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10 reasons why everyone hates... Arsenal

Please note: Tottenham have got the return treatment, so no, we aren't just picking on you. Oh, and the below doesn't necessarily represent the views of FourFourTwo. Enjoy... 

1. Arsenal Fan TV

They have (perhaps inadvertently) set the template for affected anger, constructed characters and the preposterous melodrama

Trickier than it seems, because Arsenal Fan TV is not solely responsible for the ridiculousness it bred – and, realistically, nor can it be held accountable for television companies cynically entering the market in an attempt to monetise supporter frustrations.

However, they are the industry's Oppenheimer. While giving a voice to supporters should be incontestably good, they have (perhaps inadvertently) set the template for affected anger, constructed characters and the preposterous melodrama which now pulses daily through the game's fan communities.

The more ridiculous you are, the more famous you might become.

2. #WengerOut

Arsenal bounce between tragedy and glory without pausing in between, and there is never a point at which Wenger is treated as anything other than a genius or heretic

The binary football debate that interests nobody but which is still contested as fiercely as ever. Every weekend there are snarky micro-skirmishes, with the winning and losing of individual games used as ultimate vindication of long-standing positions. Arsenal bounce between tragedy and glory without pausing in between, and there is never a point at which Arsene Wenger is treated as anything other than a genius or heretic.

"How's the Wenger Out campaign going?" tweets at least one broadsheet journalist after every routine home win. "Where's the crisis?" shouts another, inevitably before the mini-collapse which ends another title dream.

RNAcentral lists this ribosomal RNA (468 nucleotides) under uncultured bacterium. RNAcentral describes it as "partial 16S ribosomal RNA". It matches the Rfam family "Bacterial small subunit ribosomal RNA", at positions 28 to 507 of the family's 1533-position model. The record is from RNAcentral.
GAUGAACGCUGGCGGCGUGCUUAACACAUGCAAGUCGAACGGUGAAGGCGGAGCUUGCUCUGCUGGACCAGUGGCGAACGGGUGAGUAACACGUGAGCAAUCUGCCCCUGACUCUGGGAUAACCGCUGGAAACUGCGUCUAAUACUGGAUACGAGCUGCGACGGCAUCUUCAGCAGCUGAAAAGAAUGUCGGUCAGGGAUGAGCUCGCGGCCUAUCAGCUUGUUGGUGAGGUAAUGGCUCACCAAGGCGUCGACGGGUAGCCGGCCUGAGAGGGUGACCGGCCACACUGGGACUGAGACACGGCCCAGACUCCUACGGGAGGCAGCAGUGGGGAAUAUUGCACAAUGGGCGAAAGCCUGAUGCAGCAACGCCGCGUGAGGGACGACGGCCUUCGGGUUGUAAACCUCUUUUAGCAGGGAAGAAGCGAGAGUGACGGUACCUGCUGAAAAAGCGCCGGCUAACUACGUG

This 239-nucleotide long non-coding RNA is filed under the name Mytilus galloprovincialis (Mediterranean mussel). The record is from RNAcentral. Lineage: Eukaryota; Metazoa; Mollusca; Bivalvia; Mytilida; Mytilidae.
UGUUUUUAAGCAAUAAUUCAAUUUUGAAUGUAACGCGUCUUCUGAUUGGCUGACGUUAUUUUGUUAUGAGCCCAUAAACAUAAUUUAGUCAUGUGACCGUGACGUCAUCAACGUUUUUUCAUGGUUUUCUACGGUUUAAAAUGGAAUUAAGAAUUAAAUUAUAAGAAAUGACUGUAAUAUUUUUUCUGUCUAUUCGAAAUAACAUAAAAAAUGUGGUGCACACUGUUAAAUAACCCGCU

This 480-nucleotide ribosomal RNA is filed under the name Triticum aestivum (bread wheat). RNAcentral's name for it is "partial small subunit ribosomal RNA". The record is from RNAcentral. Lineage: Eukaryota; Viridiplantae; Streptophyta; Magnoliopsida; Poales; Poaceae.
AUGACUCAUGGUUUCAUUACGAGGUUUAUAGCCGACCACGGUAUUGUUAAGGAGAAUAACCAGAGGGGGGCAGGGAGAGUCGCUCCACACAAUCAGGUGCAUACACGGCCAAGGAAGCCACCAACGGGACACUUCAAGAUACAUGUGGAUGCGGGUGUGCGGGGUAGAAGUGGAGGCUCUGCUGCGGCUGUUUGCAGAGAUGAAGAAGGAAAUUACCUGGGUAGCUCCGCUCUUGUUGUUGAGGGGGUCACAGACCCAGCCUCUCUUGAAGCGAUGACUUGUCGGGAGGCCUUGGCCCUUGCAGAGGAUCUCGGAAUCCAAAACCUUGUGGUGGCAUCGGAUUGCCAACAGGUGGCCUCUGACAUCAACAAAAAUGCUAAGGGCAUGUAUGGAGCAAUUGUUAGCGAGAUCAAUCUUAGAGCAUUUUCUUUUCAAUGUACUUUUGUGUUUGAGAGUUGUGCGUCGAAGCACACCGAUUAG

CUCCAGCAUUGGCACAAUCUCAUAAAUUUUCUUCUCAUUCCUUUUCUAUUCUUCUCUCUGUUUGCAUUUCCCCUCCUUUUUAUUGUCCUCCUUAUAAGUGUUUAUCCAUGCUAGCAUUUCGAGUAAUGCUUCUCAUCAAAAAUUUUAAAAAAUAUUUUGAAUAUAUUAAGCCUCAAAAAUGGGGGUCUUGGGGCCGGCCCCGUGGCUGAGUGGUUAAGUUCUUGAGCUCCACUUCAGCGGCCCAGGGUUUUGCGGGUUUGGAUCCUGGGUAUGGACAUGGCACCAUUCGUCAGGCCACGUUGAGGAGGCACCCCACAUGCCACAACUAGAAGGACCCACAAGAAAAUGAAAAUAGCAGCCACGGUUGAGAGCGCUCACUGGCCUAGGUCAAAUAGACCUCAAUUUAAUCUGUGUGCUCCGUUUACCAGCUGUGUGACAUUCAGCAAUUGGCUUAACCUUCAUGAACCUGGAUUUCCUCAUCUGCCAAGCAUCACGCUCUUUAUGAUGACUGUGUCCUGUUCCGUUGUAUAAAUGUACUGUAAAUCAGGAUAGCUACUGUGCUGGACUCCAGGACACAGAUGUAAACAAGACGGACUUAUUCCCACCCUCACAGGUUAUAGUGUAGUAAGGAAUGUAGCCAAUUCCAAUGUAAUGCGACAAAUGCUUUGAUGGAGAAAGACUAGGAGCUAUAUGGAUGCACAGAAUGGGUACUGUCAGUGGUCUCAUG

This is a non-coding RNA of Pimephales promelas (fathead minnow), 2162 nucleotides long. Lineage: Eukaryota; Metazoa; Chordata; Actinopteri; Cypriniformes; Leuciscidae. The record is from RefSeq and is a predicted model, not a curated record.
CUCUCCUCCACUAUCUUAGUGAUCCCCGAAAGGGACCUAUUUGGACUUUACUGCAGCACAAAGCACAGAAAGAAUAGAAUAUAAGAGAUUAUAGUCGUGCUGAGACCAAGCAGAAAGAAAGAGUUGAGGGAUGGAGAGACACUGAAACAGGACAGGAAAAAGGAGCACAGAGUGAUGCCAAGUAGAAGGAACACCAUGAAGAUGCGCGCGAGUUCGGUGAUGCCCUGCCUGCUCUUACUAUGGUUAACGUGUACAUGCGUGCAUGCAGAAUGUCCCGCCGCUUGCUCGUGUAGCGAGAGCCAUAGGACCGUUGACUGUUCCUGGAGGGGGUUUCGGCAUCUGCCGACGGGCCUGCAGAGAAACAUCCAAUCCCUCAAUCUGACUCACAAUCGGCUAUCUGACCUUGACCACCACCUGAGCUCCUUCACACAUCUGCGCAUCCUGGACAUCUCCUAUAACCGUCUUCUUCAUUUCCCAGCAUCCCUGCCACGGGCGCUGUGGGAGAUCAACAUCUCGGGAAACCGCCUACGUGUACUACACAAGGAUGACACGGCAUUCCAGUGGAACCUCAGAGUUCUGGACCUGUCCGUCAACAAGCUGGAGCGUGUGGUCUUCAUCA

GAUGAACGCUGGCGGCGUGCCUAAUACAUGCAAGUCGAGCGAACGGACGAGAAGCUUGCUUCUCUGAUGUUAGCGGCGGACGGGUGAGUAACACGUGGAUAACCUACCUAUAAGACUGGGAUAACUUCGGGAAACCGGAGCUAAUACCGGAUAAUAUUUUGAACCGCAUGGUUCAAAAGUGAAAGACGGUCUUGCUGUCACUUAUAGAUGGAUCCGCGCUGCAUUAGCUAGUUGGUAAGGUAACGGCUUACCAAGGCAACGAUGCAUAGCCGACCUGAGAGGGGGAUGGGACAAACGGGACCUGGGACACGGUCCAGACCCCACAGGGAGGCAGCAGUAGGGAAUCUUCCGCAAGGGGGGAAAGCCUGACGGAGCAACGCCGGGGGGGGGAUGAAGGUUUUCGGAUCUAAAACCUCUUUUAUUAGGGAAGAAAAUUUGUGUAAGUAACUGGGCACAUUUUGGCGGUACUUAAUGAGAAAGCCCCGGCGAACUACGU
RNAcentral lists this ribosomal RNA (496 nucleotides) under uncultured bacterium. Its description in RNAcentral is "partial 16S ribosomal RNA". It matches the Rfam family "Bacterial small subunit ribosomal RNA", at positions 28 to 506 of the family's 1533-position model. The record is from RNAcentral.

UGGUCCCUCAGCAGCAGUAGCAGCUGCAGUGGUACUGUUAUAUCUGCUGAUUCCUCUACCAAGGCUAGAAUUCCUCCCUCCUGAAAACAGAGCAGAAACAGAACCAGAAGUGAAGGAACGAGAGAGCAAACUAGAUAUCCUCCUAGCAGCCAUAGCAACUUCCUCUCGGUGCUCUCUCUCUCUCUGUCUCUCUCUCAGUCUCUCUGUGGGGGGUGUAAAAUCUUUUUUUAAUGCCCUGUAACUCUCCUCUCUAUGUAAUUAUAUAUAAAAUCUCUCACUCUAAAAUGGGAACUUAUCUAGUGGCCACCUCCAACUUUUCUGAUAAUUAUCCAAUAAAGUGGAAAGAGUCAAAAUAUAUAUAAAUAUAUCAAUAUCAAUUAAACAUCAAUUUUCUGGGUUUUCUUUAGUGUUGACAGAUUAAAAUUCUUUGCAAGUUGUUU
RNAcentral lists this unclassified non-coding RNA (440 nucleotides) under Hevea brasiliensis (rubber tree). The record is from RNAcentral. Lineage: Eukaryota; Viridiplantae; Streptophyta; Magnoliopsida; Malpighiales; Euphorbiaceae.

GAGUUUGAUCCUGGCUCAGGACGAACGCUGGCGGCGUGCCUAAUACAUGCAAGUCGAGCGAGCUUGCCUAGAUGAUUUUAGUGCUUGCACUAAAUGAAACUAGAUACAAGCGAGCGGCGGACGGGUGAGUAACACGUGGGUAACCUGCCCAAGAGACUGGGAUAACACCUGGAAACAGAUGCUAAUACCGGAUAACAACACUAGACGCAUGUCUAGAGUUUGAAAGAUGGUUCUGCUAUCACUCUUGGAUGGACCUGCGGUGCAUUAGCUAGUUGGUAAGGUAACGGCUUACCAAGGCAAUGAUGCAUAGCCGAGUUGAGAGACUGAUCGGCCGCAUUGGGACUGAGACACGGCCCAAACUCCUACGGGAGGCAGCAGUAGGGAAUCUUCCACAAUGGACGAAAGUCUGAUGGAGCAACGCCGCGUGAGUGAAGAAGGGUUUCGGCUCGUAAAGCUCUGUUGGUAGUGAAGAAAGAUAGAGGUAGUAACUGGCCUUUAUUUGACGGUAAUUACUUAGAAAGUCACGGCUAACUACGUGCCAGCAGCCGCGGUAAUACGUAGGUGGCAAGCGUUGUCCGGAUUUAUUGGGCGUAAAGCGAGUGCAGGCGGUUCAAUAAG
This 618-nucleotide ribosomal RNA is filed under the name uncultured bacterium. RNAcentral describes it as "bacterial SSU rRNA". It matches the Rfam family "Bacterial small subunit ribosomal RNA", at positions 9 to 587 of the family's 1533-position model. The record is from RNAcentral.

There can be no compromise, no ground must ever be conceded and the only force capable of ending this war is death itself.

3. Invincible?

While unquestionably a wonderful season from a brilliant team, it's still one which has been redacted favourably over time

Two teams in English football history have been described as "Invincible": Preston North End in the 1888/89 season and 2003/04's Arsenal.

And pedantry time: while Preston won the Football League that year and lifted the FA Cup without conceding a goal, Arsenal – while surviving the league season undefeated – lost in the FA Cup semi-final to Manchester United, were beaten by Middlesbrough in the League Cup at the same stage and were eliminated by Chelsea in the Champions League quarter-final.

While unquestionably a wonderful season from a brilliant team, it's still one which has been redacted favourably over time.

4. This...

All of the fanbase's curious neuroses captured in a few sensational Twitter seconds.

5. The "spend some money" banners

When you think of fans getting bent out of shape by transfer inertia, you typically imagine them wearing Arsenal's colours

As ever with supporters who take handcrafted banners to games, it's not the banner which should catch your eye – rather, the pious expression of the person holding it. Equally, it's also worth considering the choices made during the construction phase. Helvetica or Times New Roman? Pritt-Stick or double-sided sellotape? Have I put this apostrophe in the right position? (Probably not.)